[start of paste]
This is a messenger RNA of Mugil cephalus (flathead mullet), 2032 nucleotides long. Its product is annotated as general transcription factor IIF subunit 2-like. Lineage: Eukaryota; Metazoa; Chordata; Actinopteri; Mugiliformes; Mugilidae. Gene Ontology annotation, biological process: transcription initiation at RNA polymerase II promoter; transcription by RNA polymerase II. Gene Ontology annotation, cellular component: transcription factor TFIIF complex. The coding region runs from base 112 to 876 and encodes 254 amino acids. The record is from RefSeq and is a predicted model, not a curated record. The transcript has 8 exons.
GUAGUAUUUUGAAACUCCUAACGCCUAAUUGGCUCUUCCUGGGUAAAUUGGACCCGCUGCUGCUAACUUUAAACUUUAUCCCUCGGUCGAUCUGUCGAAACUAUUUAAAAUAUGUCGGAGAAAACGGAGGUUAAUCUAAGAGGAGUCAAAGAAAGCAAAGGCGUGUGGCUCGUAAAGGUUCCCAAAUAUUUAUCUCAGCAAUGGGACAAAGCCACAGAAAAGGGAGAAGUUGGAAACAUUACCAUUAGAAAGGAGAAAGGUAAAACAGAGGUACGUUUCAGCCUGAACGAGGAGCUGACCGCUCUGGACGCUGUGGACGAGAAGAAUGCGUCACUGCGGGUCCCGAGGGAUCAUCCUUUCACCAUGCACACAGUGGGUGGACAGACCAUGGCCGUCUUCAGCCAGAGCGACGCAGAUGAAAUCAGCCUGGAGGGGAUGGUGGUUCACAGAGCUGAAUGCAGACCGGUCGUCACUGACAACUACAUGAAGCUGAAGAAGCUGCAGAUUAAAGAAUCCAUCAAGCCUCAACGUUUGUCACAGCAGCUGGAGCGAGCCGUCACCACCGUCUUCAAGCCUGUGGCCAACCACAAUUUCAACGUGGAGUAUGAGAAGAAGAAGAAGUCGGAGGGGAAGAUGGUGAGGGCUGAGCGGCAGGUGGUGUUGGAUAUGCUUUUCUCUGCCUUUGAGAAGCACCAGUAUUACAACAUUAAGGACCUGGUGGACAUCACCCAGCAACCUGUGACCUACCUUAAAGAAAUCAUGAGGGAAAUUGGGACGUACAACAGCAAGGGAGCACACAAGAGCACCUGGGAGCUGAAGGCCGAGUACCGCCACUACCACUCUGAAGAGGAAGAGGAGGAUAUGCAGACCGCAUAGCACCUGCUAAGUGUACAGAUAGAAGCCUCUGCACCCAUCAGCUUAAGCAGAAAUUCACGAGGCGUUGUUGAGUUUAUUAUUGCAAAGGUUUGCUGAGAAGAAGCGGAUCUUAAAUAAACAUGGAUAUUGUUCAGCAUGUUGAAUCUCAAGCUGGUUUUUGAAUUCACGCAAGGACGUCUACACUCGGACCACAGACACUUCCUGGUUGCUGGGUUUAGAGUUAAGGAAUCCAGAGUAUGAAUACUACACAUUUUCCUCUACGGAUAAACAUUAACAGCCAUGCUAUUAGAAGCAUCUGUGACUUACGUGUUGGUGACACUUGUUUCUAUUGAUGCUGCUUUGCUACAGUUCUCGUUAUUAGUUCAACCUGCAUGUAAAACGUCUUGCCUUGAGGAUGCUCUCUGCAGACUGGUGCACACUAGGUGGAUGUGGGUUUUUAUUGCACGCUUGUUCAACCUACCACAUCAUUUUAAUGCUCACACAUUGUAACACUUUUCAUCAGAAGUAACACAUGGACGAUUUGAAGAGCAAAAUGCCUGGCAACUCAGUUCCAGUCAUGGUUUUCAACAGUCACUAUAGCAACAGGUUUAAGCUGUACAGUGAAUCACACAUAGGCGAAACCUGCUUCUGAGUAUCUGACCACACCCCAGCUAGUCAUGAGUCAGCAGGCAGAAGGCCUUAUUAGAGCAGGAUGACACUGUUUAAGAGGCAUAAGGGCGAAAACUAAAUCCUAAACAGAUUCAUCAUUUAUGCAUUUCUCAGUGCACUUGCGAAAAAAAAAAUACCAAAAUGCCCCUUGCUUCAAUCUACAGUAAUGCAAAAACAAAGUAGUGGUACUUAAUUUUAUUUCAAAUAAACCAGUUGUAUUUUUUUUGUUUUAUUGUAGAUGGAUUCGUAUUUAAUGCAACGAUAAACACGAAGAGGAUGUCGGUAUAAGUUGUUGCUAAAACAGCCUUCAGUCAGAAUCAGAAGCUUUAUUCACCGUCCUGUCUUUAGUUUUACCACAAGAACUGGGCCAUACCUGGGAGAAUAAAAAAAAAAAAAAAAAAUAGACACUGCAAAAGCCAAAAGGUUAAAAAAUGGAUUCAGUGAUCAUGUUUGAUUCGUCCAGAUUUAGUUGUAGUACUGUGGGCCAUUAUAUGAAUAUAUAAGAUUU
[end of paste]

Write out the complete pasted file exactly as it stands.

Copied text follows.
This is a messenger RNA of Mugil cephalus (flathead mullet), 2032 nucleotides long. Its product is annotated as general transcription factor IIF subunit 2-like. Lineage: Eukaryota; Metazoa; Chordata; Actinopteri; Mugiliformes; Mugilidae. Gene Ontology annotation, biological process: transcription initiation at RNA polymerase II promoter; transcription by RNA polymerase II. Gene Ontology annotation, cellular component: transcription factor TFIIF complex. The coding region runs from base 112 to 876 and encodes 254 amino acids. The record is from RefSeq and is a predicted model, not a curated record. The transcript has 8 exons.
GUAGUAUUUUGAAACUCCUAACGCCUAAUUGGCUCUUCCUGGGUAAAUUGGACCCGCUGCUGCUAACUUUAAACUUUAUCCCUCGGUCGAUCUGUCGAAACUAUUUAAAAUAUGUCGGAGAAAACGGAGGUUAAUCUAAGAGGAGUCAAAGAAAGCAAAGGCGUGUGGCUCGUAAAGGUUCCCAAAUAUUUAUCUCAGCAAUGGGACAAAGCCACAGAAAAGGGAGAAGUUGGAAACAUUACCAUUAGAAAGGAGAAAGGUAAAACAGAGGUACGUUUCAGCCUGAACGAGGAGCUGACCGCUCUGGACGCUGUGGACGAGAAGAAUGCGUCACUGCGGGUCCCGAGGGAUCAUCCUUUCACCAUGCACACAGUGGGUGGACAGACCAUGGCCGUCUUCAGCCAGAGCGACGCAGAUGAAAUCAGCCUGGAGGGGAUGGUGGUUCACAGAGCUGAAUGCAGACCGGUCGUCACUGACAACUACAUGAAGCUGAAGAAGCUGCAGAUUAAAGAAUCCAUCAAGCCUCAACGUUUGUCACAGCAGCUGGAGCGAGCCGUCACCACCGUCUUCAAGCCUGUGGCCAACCACAAUUUCAACGUGGAGUAUGAGAAGAAGAAGAAGUCGGAGGGGAAGAUGGUGAGGGCUGAGCGGCAGGUGGUGUUGGAUAUGCUUUUCUCUGCCUUUGAGAAGCACCAGUAUUACAACAUUAAGGACCUGGUGGACAUCACCCAGCAACCUGUGACCUACCUUAAAGAAAUCAUGAGGGAAAUUGGGACGUACAACAGCAAGGGAGCACACAAGAGCACCUGGGAGCUGAAGGCCGAGUACCGCCACUACCACUCUGAAGAGGAAGAGGAGGAUAUGCAGACCGCAUAGCACCUGCUAAGUGUACAGAUAGAAGCCUCUGCACCCAUCAGCUUAAGCAGAAAUUCACGAGGCGUUGUUGAGUUUAUUAUUGCAAAGGUUUGCUGAGAAGAAGCGGAUCUUAAAUAAACAUGGAUAUUGUUCAGCAUGUUGAAUCUCAAGCUGGUUUUUGAAUUCACGCAAGGACGUCUACACUCGGACCACAGACACUUCCUGGUUGCUGGGUUUAGAGUUAAGGAAUCCAGAGUAUGAAUACUACACAUUUUCCUCUACGGAUAAACAUUAACAGCCAUGCUAUUAGAAGCAUCUGUGACUUACGUGUUGGUGACACUUGUUUCUAUUGAUGCUGCUUUGCUACAGUUCUCGUUAUUAGUUCAACCUGCAUGUAAAACGUCUUGCCUUGAGGAUGCUCUCUGCAGACUGGUGCACACUAGGUGGAUGUGGGUUUUUAUUGCACGCUUGUUCAACCUACCACAUCAUUUUAAUGCUCACACAUUGUAACACUUUUCAUCAGAAGUAACACAUGGACGAUUUGAAGAGCAAAAUGCCUGGCAACUCAGUUCCAGUCAUGGUUUUCAACAGUCACUAUAGCAACAGGUUUAAGCUGUACAGUGAAUCACACAUAGGCGAAACCUGCUUCUGAGUAUCUGACCACACCCCAGCUAGUCAUGAGUCAGCAGGCAGAAGGCCUUAUUAGAGCAGGAUGACACUGUUUAAGAGGCAUAAGGGCGAAAACUAAAUCCUAAACAGAUUCAUCAUUUAUGCAUUUCUCAGUGCACUUGCGAAAAAAAAAAUACCAAAAUGCCCCUUGCUUCAAUCUACAGUAAUGCAAAAACAAAGUAGUGGUACUUAAUUUUAUUUCAAAUAAACCAGUUGUAUUUUUUUUGUUUUAUUGUAGAUGGAUUCGUAUUUAAUGCAACGAUAAACACGAAGAGGAUGUCGGUAUAAGUUGUUGCUAAAACAGCCUUCAGUCAGAAUCAGAAGCUUUAUUCACCGUCCUGUCUUUAGUUUUACCACAAGAACUGGGCCAUACCUGGGAGAAUAAAAAAAAAAAAAAAAAAUAGACACUGCAAAAGCCAAAAGGUUAAAAAAUGGAUUCAGUGAUCAUGUUUGAUUCGUCCAGAUUUAGUUGUAGUACUGUGGGCCAUUAUAUGAAUAUAUAAGAUUU